# Wrong limit value, why?

• Feb 27th 2011, 09:11 AM
SkyWolf
Wrong limit value, why?
Hello, first of all i might excuse myself for my poor english, i'm Italian and my native language is far from being "english-friendly";

down to the question itself i had a test at university where i was called to solve this limit:
http://i52.tinypic.com/2qkmsrq.png
i might also want to specify that we could not use De L'Hopital or other "advanced tools" as we're studying "Sequences' limits" and not "Functions' limits", so we have to basically reduce this to a "collection of known limits" to be able to specify the value it assumes when n->+infinity.

Well, my solution said that the Sequence was convergent to 0, while Wolfram Alpha (as you can see from the image) says that it converges to 1...
How would you guys have approached the solution of said limit? (Headbang)

SkyWolf.
• Feb 27th 2011, 09:23 AM
FernandoRevilla
If you are allowed to use:

$\displaystyle\lim_{n \to{+}\infty}{\dfrac{\log (1+a_n)}{a_n}}=1\quad (a_n\to 0)$

then, you can substitute the denominator by:

$a_n=\dfrac{n}{n^3+1}$

and you can easily find the limit.
• Feb 27th 2011, 09:32 AM
SkyWolf
Quote:

Originally Posted by FernandoRevilla
.. and you can easily find the limit.

Yeah... You are perfectly right; darn it ... One just needs the intuition to replace things with the right known limit to solve an exercise with the speed of light... :(

Muchas gracias,
SkyWolf.
• Feb 27th 2011, 09:49 AM
FernandoRevilla
Quote:

Originally Posted by SkyWolf
Muchas gracias,

Benvenuti. :)
• Feb 27th 2011, 09:58 AM
chisigma
Quote:

Originally Posted by SkyWolf
Hello, first of all i might excuse myself for my poor english, i'm Italian and my native language is far from being "english-friendly";

down to the question itself i had a test at university where i was called to solve this limit:
http://i52.tinypic.com/2qkmsrq.png
i might also want to specify that we could not use De L'Hopital or other "advanced tools" as we're studying "Sequences' limits" and not "Functions' limits", so we have to basically reduce this to a "collection of known limits" to be able to specify the value it assumes when n->+infinity.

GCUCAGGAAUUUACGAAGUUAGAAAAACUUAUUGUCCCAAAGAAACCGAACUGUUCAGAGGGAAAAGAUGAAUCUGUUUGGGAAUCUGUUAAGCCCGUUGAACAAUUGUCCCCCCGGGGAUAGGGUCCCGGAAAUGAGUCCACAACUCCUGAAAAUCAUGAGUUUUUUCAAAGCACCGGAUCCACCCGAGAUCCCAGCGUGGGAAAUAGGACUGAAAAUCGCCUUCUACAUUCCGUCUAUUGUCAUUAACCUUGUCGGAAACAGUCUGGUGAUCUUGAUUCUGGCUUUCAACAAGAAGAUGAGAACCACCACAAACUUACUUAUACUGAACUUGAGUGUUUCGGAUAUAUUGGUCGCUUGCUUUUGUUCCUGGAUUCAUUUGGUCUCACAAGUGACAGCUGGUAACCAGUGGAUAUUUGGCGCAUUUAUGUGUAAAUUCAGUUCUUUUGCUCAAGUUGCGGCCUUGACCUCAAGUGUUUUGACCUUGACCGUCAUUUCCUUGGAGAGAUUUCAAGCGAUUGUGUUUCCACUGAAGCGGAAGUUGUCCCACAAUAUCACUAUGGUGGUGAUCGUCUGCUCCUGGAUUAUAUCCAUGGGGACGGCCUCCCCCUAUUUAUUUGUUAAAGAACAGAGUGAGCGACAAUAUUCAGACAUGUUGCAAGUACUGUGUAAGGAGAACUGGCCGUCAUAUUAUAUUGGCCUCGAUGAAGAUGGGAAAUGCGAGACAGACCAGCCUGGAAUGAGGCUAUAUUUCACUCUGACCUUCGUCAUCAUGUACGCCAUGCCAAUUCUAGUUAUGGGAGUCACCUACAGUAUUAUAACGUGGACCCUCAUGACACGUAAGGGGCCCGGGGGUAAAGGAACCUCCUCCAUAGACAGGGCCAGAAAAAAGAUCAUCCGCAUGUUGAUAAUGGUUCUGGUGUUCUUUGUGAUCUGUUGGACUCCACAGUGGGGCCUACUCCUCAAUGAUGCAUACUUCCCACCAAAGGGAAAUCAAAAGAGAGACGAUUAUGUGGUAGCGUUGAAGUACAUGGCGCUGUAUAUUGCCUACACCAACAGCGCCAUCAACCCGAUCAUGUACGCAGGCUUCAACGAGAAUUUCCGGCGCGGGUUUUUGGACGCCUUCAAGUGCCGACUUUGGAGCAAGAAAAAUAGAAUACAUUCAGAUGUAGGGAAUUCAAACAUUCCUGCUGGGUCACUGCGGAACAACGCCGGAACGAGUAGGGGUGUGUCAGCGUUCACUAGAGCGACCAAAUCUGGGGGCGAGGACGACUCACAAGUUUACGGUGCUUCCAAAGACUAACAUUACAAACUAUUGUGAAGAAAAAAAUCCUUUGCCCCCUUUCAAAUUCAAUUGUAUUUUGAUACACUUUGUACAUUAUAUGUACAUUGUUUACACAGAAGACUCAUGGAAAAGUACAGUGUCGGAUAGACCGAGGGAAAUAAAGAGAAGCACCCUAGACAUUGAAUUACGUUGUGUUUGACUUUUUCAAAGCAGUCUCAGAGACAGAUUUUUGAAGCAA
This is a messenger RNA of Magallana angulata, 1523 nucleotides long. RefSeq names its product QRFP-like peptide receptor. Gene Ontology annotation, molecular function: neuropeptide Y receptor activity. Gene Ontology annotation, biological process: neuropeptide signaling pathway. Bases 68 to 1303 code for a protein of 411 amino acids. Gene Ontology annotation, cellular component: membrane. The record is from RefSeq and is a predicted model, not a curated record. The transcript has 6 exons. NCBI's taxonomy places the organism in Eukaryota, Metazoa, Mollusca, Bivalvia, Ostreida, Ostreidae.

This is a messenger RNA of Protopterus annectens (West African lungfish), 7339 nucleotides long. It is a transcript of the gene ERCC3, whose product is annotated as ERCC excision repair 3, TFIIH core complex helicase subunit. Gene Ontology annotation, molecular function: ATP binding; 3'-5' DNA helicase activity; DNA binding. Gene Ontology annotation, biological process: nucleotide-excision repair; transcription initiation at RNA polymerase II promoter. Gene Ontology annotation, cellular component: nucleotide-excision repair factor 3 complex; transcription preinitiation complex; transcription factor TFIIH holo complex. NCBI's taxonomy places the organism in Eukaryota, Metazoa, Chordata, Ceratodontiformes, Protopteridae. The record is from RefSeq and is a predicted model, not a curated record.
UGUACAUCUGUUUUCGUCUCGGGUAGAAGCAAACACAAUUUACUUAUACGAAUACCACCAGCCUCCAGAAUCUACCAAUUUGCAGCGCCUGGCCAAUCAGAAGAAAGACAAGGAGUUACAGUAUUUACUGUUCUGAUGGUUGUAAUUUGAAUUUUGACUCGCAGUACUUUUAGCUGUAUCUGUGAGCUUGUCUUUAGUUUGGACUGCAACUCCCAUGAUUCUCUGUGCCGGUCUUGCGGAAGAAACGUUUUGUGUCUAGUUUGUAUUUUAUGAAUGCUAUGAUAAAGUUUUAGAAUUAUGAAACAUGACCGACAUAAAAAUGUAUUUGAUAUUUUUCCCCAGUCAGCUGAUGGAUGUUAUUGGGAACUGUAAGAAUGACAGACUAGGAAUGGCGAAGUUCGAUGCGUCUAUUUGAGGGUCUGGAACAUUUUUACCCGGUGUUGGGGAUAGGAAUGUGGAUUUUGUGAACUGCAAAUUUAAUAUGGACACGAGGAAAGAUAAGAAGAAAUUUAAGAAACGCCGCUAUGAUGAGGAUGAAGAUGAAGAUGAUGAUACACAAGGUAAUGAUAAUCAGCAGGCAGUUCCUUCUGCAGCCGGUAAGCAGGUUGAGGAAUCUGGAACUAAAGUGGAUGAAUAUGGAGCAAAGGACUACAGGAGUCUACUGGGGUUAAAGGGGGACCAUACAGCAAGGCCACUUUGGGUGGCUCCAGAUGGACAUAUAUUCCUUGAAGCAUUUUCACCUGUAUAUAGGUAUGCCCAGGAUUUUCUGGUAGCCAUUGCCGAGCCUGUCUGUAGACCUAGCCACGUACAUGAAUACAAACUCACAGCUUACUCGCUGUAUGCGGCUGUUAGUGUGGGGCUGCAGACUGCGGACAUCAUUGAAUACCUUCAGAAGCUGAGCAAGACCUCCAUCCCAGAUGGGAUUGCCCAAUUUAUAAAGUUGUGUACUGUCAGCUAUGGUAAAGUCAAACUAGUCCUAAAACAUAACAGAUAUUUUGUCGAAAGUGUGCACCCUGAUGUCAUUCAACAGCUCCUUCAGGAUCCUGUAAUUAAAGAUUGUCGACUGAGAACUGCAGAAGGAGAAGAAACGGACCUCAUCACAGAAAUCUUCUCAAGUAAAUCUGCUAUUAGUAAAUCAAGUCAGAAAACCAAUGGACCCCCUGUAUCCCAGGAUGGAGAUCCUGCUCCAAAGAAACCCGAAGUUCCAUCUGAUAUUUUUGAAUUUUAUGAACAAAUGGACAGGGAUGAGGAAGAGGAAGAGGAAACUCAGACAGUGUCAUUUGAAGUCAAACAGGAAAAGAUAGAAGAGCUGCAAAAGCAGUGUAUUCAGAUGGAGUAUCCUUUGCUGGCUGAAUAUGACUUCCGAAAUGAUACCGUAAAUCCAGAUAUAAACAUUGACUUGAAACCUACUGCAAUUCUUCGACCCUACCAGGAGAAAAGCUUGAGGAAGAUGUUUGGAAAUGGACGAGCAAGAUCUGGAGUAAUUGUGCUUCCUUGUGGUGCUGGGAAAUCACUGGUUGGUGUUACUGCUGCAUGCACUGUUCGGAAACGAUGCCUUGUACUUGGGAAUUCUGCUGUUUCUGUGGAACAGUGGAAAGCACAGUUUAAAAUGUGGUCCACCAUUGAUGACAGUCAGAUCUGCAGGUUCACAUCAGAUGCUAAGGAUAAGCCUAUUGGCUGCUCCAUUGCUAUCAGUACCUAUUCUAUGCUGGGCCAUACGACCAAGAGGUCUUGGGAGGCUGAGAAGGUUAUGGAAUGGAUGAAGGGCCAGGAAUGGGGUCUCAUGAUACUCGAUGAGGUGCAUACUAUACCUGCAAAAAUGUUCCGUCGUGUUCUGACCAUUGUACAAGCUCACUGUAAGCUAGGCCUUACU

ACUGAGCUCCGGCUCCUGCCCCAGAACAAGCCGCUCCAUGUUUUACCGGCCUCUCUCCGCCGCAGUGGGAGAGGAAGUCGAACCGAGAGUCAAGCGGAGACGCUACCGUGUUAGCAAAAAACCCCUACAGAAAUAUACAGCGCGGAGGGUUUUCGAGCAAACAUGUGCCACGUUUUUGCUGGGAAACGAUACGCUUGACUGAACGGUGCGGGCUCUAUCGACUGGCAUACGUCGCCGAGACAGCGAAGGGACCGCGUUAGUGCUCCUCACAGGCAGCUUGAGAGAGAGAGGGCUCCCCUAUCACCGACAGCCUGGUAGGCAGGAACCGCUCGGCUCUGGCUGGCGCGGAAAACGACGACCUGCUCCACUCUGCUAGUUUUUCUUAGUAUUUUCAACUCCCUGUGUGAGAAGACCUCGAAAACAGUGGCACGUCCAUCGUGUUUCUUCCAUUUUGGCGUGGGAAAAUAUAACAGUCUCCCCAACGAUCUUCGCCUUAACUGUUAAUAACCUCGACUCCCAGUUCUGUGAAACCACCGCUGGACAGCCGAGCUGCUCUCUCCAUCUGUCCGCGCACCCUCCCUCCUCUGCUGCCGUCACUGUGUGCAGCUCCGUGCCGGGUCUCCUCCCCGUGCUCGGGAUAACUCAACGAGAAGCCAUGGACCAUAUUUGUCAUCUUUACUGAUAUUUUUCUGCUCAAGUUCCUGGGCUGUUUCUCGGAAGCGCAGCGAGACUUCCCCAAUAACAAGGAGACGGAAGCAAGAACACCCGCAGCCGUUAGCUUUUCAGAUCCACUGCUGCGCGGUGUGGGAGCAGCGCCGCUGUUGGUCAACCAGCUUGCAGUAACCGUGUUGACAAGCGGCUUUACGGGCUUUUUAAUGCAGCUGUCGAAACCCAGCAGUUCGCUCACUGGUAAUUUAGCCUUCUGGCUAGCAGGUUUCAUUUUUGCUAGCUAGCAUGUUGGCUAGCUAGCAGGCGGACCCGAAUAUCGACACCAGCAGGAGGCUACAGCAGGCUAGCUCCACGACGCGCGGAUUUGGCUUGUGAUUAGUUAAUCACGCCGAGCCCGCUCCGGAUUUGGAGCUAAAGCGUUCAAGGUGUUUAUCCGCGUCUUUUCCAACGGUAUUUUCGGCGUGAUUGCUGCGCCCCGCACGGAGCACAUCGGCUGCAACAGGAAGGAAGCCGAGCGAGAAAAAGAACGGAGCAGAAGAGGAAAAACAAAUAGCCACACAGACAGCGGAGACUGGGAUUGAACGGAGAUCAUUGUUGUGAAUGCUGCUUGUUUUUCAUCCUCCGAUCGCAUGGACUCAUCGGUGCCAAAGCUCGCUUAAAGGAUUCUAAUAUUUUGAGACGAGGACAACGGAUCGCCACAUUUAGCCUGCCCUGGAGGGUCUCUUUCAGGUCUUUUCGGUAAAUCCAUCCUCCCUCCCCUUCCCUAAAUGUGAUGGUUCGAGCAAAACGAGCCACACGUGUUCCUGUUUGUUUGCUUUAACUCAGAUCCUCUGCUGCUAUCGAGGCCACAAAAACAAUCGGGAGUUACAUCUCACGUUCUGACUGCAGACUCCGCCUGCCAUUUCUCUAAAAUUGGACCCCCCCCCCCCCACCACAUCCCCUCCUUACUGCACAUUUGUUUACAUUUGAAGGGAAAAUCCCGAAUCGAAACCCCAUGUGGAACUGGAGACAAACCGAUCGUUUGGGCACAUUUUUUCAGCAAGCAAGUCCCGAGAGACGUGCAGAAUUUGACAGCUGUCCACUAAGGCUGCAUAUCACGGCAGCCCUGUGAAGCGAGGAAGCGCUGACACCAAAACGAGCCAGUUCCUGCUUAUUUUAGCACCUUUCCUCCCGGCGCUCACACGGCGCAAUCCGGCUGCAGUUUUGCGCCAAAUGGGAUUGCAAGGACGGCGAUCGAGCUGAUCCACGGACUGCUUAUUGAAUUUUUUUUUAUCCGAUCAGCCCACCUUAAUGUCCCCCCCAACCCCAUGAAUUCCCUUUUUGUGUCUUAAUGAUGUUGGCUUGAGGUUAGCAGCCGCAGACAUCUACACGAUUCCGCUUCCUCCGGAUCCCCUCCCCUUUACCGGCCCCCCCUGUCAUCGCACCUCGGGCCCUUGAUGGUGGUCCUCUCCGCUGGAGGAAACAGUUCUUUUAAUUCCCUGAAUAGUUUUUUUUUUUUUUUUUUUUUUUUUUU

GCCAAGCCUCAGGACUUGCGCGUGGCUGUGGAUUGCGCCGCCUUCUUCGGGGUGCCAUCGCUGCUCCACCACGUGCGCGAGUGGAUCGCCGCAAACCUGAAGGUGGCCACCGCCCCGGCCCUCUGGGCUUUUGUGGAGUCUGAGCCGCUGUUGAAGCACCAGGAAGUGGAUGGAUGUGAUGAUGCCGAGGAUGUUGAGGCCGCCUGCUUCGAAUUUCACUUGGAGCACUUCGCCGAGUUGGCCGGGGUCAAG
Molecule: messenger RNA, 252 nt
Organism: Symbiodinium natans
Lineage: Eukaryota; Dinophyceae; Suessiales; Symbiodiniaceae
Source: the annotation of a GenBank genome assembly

Well, my solution said that the Sequence was convergent to 0, while Wolfram Alpha (as you can see from the image) says that it converges to 1...
How would you guys have approached the solution of said limit? (Headbang)

SkyWolf.

First You transform the expression as follows...

$\displaystyle \frac{\sqrt{n^{4}+1}-\sqrt{n^{4}-1}}{\ln (1+\frac{n}{1+n^{3}})} = \frac{2}{\ln (1+\frac{n}{1+n^{3}})\ \{\sqrt{n^{4}+1}+\sqrt{n^{4}-1}\}}$ (1)

... so that the problem is to find the limit of the denominator. Then You take into account that is ...

$\displaystyle \ln (1+\frac{n}{1+n^{3}})= \frac{n}{1+n^{3}} - \frac{n^{2}}{2\ (1+n^{3})^{2}} + ...$ (2)

... and...

$\displaystyle \sqrt{n^{4}+1}+\sqrt{n^{4}-1} = n^{2}\ (\sqrt{1+\frac{1}{n^{4}}} + \sqrt{1-\frac{1}{n^{4}}})$ (3)

... so that is...

$\displaystyle \lim_{n \rightarrow \infty} \ln (1+\frac{n}{1+n^{3}})\ \{\sqrt{n^{4}+1}+\sqrt{n^{4}-1}\}} = 2$ (4)

... and the 'goal' is met!...

Kind regards

$\chi$ $\sigma$

P.S. I'm Italian too and also my English is a little 'imperfect' (Itwasntme)... never mind!... we have allways the opportunity to improve ourselves!...